Growing Roses Successfully
There are three important requirements that are key to the success with roses: Good air circulation, good sun exposure (at least 4-6 hours a day) and good soil drainage.
The planting area should be thoroughly prepared with 18” x 18” of soil composed of up to 50% bark mulch and 50% good soil. Add one cup of bonemeal per rose. Remember, the better you prepare the hole and plant the rose, the better it will grow for you. If you plant it in ‘poor soil’ expect it to grow poorly.
Remove pots carefully and place the plant so that the soil level in the pot is at ground level. Ensure that the graft is just below ground level. Be sure to water in the rose using liquid Transplanter fertilizer. Note: If you purchase a rose in a fibre pot in March, April or May, do NOT remove the pot. Plant the rose, pot and all. After May the roots should be established enough that the pot can be removed, but it must be done so very carefully. Gently break the pot away, then plant.
- Miniature 12-18” apart
- Hybrid Teas 3-4’ apart
- Floribundas 3-4’ apart
- Grandifloras 3-4’ apart
- Climbers 6-8’ apart
- Shrub Roses 5-6’ apart
- Groundcovers 3-5’ apart
Year Round Rose Care
Plant dormant roses. Be sure to water them in with Transplanter fertilizer to get them off to a good start, and remember to leave roses in fiber pots IN their pots when planting. Roses can be transplanted in very early spring. When roses leaf out, begin fertilizing with rose specific fertilizer.
Enjoy! Monitor plants for pest or fungus problems and address as appropriate. When watering, water good and deep so that the roots continue down instead of staying close to the surface of the soil. When cutting bouquets, try to cut them early in the morning as opposed to hot afternoons. Remove blooms as they fade and continue your fertilization schedule.
Remove and dispose of any fallen leaves and prune out any weak stems or branches. Apply 4-10-10 fertilizer to help harden your rose off for winter. In late fall, mound mulch or soil to a height of 12” to act as insulation to prevent freezing and thawing on the graft.
Dormant Spray your roses three times, ideally once in each December, January and February. In late winter/early spring, prune your roses when the Forsythia shrub blooms. Forsythia is the yellow blooming shrub you see all over town! Encourage wildlife, such as birds, to your garden as they will help take care of pests naturally.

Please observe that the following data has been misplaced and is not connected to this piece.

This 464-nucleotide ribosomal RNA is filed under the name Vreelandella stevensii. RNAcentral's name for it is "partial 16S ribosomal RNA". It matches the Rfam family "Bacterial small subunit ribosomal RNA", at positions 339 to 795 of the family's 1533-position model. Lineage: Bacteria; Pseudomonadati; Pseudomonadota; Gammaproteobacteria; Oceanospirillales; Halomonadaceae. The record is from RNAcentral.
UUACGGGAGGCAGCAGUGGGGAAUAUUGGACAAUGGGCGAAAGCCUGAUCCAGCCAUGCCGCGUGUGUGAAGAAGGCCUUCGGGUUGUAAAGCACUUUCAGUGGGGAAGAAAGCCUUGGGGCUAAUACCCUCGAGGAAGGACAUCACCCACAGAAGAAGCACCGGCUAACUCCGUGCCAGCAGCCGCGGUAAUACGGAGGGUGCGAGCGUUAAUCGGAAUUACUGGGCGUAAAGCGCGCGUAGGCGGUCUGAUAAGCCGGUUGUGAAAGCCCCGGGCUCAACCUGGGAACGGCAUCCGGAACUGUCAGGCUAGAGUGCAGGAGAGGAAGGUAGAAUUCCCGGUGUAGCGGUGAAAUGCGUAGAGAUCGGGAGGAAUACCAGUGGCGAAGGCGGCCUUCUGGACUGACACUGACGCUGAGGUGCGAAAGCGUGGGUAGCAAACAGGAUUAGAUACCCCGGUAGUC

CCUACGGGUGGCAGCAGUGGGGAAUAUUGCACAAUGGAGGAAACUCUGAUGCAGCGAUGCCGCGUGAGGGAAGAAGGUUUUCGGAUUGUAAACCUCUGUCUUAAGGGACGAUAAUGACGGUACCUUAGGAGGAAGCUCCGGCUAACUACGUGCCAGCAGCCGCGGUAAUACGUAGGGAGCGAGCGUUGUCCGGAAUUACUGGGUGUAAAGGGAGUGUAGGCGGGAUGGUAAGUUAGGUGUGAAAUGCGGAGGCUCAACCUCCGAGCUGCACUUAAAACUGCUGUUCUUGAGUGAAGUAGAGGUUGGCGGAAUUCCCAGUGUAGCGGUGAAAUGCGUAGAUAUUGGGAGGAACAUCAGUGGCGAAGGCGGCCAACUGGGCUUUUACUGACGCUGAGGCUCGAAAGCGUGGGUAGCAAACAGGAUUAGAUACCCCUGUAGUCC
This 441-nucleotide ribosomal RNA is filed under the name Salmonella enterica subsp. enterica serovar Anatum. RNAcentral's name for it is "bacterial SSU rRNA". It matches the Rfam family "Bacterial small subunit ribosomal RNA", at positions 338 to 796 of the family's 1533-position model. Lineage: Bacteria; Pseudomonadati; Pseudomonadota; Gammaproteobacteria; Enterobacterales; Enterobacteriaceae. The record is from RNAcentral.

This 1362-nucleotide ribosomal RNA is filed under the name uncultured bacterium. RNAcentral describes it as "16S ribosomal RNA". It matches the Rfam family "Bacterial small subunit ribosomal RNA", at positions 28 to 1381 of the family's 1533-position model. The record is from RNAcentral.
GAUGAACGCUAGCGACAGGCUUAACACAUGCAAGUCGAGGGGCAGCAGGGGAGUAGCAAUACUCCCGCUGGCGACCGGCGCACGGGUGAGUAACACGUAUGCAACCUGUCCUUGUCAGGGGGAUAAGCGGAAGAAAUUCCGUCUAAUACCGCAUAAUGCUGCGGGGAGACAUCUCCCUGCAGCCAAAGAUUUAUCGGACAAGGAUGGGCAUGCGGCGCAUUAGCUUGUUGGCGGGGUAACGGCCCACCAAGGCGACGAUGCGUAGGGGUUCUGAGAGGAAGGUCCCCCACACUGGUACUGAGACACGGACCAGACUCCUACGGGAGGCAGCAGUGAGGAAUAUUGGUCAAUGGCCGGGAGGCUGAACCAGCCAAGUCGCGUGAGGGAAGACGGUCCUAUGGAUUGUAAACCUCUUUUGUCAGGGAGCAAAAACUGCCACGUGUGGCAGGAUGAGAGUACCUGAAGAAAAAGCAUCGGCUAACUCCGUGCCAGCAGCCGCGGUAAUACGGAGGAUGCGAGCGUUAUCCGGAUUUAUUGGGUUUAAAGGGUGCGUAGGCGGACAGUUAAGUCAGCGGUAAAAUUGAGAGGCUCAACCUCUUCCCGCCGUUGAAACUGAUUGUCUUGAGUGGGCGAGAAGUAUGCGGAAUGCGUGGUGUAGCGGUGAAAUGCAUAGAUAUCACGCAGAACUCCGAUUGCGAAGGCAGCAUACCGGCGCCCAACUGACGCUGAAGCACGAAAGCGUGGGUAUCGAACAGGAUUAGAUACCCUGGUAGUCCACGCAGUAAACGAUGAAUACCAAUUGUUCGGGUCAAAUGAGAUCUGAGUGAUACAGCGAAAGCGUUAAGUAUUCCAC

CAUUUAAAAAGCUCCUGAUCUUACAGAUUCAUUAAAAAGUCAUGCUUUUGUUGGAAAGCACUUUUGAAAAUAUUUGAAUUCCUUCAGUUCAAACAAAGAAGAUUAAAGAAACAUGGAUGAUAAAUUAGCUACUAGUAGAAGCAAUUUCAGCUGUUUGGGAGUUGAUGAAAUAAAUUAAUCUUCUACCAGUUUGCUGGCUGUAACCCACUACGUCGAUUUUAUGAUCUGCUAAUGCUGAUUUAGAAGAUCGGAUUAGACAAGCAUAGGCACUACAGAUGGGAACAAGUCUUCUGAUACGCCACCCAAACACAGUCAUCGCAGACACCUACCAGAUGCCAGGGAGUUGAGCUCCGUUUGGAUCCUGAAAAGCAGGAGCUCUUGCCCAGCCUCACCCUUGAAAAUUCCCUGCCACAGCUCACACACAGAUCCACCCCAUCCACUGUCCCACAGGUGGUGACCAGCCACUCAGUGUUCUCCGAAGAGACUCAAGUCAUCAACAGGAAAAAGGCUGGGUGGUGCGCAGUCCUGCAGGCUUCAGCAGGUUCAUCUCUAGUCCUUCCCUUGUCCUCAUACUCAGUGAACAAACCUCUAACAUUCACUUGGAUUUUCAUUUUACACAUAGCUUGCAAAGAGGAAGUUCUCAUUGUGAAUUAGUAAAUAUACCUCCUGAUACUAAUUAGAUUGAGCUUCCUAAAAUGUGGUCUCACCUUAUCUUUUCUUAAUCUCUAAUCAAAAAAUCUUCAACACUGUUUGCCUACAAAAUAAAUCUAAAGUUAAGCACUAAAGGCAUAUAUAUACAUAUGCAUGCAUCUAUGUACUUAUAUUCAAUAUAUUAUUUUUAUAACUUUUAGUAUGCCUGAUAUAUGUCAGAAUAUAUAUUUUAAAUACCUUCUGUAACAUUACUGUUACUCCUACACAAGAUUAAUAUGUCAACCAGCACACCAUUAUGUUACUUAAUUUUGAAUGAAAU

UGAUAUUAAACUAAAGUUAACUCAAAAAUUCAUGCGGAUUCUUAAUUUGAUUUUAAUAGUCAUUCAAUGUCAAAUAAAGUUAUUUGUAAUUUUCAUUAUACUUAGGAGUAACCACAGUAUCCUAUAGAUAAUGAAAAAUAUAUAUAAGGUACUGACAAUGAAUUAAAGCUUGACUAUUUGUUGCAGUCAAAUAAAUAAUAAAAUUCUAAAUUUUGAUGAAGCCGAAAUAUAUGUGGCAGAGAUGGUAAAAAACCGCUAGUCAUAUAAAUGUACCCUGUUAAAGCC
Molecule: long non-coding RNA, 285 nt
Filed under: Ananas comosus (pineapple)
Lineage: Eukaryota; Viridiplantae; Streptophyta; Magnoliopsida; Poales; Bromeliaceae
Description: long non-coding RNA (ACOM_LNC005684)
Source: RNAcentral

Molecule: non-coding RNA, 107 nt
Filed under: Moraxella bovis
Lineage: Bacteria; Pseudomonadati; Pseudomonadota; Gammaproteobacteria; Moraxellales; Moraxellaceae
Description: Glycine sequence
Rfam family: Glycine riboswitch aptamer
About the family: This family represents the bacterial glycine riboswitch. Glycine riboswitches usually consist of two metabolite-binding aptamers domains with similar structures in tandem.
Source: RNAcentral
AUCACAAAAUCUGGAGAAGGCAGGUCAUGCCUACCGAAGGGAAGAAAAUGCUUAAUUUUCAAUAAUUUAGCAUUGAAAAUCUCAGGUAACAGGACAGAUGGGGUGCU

The best time to prune is in late winter/early spring. Prune after the last hard frost but before new growth is 2-3” long. Pruning requirements vary slightly based on species:
- Modern Roses, Hybrid Tea, Floribunda and Grandiflora Roses: Prune lightly after blooming to clean up old blooms and any dead or weak wood. Prune by 1/3 the shrub’s existing size when the Forsythia (the early yellow blooming shrub) blooms in early spring. Try to prune to develop a ‘vase’ shape – this improves air circulation which helps reduce fungus development.
- Shrub and Antique Roses: Require mostly thinning and training rather than hard pruning each year. Remove dead or weak wood after blooming. Prune when the Forsythia blooms to maintain shape and size and to remove unproductive canes.
- Climbing Roses: For the first 1-2 years, during the growing season train canes to desired shape, pruning out dead or weak wood and finished blooms. Once established, when the Forsythia blooms prune out old, unproductive wood and cut back each productive lateral stem to 2-3 buds. Best blooms develop on 2-3 year old lateral wood.
- Ramblers: Prune lightly after blooming to clean up old blooms and any dead or weak wood. Prune by 1/3 the shrub’s existing size when the Forsythia blooms, cutting out all canes that show no signs of new, vigorous growth. As canes mature, train them into position. Train annually for best appearance.
Always use clean, sharp shears and clean tools before, during and after with a 10% bleach solution to prevent the spread of disease. Pruning paint should be applied to major cuts to prevent problems.